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Show Way by Jacqueline Woodson

Show Way (edition 2005)

by Jacqueline Woodson, Hudson Talbott (Illustrator)

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4405923,849 (4.33)7
Title:Show Way
Authors:Jacqueline Woodson
Other authors:Hudson Talbott (Illustrator)
Info:Putnam Juvenile (2005), Edition: First Edition, Hardcover, 48 pages
Collections:Your library
Tags:African American History

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Show Way by Jacqueline Woodson




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Jacqueline Woodson paints the tale of how quilting "show ways" has been passed down through generations of black women, ever since the slave trade began in the United States. A "show way" is essentially a coded map that tells how to get to the underground railroad and escape to the north. Show Way is the story to use to introduce the concept of the Underground Railroad to young children and paint an important picture of why this was vital to American history. ( )
  ksager | Oct 28, 2014 |
Show Way by Jacqueline Woodson is a picture book autobiography in which Woodson tracks her family history and her talent for story telling and art back to an unnamed female relative who was a slave.

First through learning the stars and then through the art of quilting and story telling, the women pass down the route to freedom. Even after the Civil War and emancipation, World Wars, the Depression, and Civil Rights, Woodson's family continues to pass along the Show Way quilts and the accompanying stories.

The book flows through Soonie, of one Jacqueline Woodson's ancestors and it goes through Woodson's own daughter. As a woman who remembers fondly the stories my grandmother told me of the women in the family who came before us, I felt a kinship with this story. I am eager to share it with my daughter. The copy I read was one I was cataloging at work. ( )
  pussreboots | Oct 23, 2014 |
The book as real and based on a true story. It included real events in history. It would prolly be read during black history month. I would be good for women and girls to read. ( )
  jforrest21 | Sep 22, 2014 |
This is one woman's story of tracing of her ancestors in a simple, yet poetic way. It traces important times in history in relation to her family. It also celebrates the importance of quilting and how this skill was passed down in her family. You can feel the pride and love she feels for her family in the text. The story ends with the author relating her family history to her child so that the story can continue. You could use this book when talking about family history or as a companion book to other historical books on the Underground Railroad or during that time in history. ( )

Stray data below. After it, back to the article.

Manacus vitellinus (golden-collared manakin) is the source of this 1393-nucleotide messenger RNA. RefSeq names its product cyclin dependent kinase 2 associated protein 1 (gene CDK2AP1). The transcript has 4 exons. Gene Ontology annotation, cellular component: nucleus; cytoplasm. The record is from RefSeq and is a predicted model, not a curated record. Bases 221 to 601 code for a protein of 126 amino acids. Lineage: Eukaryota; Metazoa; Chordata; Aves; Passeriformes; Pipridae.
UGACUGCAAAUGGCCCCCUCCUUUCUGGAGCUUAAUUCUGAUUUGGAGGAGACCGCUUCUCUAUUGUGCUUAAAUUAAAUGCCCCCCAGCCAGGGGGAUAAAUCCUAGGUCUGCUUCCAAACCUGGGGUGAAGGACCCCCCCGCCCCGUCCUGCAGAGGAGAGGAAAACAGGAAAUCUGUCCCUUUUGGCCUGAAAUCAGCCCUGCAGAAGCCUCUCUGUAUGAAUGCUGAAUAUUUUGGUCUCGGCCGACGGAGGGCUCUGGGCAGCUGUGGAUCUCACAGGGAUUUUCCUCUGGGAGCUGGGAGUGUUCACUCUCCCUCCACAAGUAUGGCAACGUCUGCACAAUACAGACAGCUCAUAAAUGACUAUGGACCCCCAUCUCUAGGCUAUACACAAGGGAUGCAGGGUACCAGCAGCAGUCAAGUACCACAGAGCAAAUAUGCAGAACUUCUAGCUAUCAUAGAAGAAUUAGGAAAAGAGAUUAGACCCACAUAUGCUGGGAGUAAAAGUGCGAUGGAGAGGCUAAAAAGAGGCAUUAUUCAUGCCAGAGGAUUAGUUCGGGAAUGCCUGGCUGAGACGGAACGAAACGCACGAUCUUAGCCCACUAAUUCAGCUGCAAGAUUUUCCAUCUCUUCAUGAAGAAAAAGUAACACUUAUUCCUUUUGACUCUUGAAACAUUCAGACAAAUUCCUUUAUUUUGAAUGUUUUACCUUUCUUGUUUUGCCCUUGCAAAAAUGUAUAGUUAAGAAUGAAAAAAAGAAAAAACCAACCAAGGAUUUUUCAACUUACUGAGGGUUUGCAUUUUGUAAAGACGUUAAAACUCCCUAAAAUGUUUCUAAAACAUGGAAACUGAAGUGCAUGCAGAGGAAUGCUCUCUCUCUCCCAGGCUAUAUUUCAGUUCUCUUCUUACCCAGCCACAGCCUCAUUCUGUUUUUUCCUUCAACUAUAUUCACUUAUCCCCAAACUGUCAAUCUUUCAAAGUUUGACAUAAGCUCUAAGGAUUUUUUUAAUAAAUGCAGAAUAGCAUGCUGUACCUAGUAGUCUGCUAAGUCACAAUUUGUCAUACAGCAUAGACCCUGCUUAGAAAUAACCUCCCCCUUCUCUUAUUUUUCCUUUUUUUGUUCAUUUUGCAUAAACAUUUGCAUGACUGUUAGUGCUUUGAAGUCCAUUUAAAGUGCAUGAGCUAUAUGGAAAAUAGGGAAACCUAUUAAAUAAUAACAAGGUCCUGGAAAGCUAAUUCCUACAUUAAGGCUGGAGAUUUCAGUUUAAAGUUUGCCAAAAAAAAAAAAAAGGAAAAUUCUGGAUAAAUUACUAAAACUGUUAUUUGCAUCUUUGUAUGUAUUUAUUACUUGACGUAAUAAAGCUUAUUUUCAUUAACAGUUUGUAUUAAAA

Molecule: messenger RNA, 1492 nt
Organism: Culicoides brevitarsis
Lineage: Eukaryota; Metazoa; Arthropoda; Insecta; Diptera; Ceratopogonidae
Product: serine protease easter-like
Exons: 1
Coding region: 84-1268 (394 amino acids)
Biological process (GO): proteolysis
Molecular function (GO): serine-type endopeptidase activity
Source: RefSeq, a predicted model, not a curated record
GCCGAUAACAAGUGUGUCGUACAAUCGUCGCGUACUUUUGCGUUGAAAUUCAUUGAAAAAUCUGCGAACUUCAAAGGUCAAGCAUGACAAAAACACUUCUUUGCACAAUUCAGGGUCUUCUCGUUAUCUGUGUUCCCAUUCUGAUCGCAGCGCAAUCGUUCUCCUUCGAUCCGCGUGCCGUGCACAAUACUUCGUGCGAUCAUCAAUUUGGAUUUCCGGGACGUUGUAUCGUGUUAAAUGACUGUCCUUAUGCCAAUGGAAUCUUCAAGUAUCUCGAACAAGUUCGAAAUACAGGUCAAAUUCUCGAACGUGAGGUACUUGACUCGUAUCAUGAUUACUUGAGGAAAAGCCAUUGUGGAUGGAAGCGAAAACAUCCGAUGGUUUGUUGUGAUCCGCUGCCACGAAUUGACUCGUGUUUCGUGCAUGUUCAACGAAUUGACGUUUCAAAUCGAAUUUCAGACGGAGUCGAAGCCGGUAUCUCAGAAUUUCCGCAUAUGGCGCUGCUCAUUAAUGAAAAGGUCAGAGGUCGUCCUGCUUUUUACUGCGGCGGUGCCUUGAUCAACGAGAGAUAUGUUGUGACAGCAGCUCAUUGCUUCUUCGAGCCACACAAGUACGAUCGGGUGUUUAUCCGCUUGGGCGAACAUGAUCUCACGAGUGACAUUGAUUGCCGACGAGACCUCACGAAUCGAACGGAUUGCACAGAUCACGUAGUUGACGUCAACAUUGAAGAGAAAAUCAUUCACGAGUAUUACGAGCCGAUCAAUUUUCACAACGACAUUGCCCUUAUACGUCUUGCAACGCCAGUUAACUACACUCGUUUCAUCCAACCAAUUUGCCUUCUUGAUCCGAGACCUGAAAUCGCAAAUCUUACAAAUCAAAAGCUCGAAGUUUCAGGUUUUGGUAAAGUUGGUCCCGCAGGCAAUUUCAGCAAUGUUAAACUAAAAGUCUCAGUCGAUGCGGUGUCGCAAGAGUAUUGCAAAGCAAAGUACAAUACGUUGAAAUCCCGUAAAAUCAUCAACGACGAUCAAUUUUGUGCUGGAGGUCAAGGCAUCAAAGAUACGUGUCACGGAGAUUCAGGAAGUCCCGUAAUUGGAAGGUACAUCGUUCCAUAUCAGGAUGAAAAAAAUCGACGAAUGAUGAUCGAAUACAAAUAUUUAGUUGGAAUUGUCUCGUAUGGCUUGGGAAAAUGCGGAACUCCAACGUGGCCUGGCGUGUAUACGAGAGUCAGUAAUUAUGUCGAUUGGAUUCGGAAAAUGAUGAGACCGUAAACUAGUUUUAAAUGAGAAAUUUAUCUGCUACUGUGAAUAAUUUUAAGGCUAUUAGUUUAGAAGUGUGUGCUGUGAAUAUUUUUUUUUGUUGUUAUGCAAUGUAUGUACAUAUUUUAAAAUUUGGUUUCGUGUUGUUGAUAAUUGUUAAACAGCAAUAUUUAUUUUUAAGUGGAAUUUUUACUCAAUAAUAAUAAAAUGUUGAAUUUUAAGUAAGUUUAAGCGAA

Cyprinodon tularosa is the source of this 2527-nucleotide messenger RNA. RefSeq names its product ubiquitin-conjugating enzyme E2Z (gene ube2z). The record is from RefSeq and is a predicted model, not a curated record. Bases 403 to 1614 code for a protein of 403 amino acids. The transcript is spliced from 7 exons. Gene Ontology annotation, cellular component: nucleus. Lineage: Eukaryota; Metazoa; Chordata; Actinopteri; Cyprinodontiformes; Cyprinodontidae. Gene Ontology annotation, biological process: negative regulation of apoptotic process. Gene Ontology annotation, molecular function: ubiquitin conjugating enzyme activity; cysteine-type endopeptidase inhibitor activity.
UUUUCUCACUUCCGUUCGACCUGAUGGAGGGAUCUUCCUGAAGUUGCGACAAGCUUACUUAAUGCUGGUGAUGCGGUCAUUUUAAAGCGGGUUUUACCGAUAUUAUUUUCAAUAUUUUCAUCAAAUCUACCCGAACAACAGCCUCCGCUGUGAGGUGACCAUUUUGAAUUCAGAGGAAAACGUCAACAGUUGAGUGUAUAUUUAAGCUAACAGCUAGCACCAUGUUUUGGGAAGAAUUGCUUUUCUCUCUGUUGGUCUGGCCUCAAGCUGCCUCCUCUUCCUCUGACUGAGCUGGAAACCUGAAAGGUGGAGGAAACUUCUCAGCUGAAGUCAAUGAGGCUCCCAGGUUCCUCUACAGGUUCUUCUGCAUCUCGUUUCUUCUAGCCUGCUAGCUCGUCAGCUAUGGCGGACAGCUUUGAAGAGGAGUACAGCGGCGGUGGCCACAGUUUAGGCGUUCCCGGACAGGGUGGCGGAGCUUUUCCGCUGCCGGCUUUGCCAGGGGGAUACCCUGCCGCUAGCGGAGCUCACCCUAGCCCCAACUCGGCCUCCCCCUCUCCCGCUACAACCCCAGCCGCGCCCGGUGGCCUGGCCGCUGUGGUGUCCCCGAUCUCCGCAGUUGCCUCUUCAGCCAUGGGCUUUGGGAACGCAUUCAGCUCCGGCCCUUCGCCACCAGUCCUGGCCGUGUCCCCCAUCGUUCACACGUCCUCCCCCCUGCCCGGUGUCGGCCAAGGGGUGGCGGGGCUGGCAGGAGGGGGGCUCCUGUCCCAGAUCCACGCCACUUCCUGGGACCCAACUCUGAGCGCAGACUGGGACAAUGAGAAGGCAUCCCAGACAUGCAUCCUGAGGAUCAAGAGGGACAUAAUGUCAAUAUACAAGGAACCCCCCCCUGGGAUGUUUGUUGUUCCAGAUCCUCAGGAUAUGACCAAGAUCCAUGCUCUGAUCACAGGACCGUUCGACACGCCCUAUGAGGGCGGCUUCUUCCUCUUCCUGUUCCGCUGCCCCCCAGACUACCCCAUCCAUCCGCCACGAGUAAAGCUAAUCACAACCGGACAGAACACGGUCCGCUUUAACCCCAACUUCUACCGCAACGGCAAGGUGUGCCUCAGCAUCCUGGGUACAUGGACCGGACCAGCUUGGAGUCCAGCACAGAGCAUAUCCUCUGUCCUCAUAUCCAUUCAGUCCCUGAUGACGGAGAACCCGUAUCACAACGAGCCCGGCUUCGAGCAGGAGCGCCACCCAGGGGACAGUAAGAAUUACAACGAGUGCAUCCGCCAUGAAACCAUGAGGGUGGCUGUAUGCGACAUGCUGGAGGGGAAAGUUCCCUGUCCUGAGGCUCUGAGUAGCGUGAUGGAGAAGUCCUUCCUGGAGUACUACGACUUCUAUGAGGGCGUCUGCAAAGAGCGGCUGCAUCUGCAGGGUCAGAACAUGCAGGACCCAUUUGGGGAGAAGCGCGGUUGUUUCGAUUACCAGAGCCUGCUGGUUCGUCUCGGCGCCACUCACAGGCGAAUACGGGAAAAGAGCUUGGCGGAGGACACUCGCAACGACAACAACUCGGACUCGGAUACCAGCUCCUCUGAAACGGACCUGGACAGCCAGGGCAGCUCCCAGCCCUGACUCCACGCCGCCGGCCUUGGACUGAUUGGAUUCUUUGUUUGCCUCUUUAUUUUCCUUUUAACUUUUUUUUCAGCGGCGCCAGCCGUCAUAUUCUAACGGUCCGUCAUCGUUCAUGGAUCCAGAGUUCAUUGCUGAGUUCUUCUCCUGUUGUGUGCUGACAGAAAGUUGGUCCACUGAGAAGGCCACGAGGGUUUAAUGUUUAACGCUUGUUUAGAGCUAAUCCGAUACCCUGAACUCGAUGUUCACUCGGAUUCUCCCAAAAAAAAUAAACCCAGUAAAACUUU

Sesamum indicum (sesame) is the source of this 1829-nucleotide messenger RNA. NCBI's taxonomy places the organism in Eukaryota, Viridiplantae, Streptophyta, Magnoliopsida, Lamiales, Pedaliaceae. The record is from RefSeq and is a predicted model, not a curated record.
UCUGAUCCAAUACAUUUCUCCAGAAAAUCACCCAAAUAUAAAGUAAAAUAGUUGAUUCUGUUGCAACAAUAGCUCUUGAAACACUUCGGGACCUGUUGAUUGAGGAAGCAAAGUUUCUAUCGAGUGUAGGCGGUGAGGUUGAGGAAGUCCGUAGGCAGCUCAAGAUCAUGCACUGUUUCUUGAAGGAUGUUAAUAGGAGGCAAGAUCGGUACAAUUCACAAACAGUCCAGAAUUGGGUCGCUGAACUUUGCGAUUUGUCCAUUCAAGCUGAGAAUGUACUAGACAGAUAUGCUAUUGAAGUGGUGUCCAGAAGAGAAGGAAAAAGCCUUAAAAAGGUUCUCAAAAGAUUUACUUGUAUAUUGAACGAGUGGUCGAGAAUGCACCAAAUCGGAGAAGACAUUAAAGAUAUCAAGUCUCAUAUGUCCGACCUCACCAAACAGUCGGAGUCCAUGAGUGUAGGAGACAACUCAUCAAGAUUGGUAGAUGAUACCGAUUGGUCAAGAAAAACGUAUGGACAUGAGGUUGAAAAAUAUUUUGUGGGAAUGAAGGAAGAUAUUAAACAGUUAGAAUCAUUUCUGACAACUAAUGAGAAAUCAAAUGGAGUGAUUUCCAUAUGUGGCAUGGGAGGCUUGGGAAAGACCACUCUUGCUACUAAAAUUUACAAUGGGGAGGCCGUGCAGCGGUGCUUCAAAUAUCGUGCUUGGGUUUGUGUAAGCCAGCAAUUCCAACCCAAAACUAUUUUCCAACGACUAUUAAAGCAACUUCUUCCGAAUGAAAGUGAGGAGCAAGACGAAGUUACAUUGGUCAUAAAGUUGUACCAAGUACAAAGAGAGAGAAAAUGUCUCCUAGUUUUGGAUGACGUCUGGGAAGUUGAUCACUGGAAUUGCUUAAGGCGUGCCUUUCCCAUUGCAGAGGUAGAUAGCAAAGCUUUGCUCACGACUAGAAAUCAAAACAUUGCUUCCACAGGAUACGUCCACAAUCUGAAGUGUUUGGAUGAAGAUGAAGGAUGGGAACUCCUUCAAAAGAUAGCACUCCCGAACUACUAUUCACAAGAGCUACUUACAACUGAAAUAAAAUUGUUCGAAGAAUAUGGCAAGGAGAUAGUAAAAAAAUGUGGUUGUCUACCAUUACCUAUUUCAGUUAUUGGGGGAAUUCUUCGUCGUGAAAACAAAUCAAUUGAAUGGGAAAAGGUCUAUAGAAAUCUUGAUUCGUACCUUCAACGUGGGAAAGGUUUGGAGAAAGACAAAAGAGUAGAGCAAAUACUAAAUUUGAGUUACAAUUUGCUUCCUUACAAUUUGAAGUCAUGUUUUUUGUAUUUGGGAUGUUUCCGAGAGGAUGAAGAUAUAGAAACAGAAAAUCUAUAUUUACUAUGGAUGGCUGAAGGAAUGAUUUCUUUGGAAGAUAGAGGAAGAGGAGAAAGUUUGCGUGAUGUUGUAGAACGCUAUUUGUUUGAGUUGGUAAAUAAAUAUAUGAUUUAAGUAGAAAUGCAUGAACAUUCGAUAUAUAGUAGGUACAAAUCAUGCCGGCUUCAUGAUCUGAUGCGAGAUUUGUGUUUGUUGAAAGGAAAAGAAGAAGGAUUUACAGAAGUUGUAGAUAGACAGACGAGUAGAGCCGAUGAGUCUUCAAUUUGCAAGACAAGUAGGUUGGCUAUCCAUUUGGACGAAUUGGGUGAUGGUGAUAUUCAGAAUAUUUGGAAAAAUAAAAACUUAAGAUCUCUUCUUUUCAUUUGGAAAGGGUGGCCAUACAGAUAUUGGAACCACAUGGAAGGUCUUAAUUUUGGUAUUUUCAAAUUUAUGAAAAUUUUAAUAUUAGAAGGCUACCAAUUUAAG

SuPendleton | Jun 7, 2014 |
I really enjoyed reading this book. The first thing I liked was the symbolize. Throughout the story it shows how sewing muslin and quilting was passed through generations.This symbolized family ties and Woodson's family history. I also enjoyed how the illustrations were bold and colorful. Each page incorporated the color of the quilted patchwork throughout history. They were lively with intricate patterns. It was very informative to learn about Woodson's family history in this narrative and how each generation influenced the other. The main idea of this message is the importance of family history. ( )
  mingra2 | Apr 8, 2014 |
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» Add other authors (1 possible)

Author nameRoleType of authorWork?Status
Jacqueline Woodsonprimary authorall editionsconfirmed
Hudson TalbottIllustratormain authorall editionsconfirmed
Diahann CarrollNarratorsecondary authorsome editionsconfirmed
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Amazon.com Product Description (ISBN 0399237496, Hardcover)

Soonie's great-grandma was just seven years old when she was sold to a big plantation without her ma and pa, and with only some fabric and needles to call her own. She pieced together bright patches with names like North Star and Crossroads, patches with secret meanings made into quilts called Show Ways -- maps for slaves to follow to freedom. When she grew up and had a little girl, she passed on this knowledge. And generations later, Soonie -- who was born free -- taught her own daughter how to sew beautiful quilts to be sold at market and how to read.

From slavery to freedom, through segregation, freedom marches and the fight for literacy, the tradition they called Show Way has been passed down by the women in Jacqueline Woodson's family as a way to remember the past and celebrate the possibilities of the future. Beautifully rendered in Hudson Talbott's luminous art, this moving, lyrical account pays tribute to women whose strength and knowledge illuminate their daughters' lives.

(retrieved from Amazon Mon, 30 Sep 2013 13:36:46 -0400)

The making of "Show ways," or quilts which once served as secret maps for freedom-seeking slaves, is a tradition passed from mother to daughter in the author's family.

(summary from another edition)

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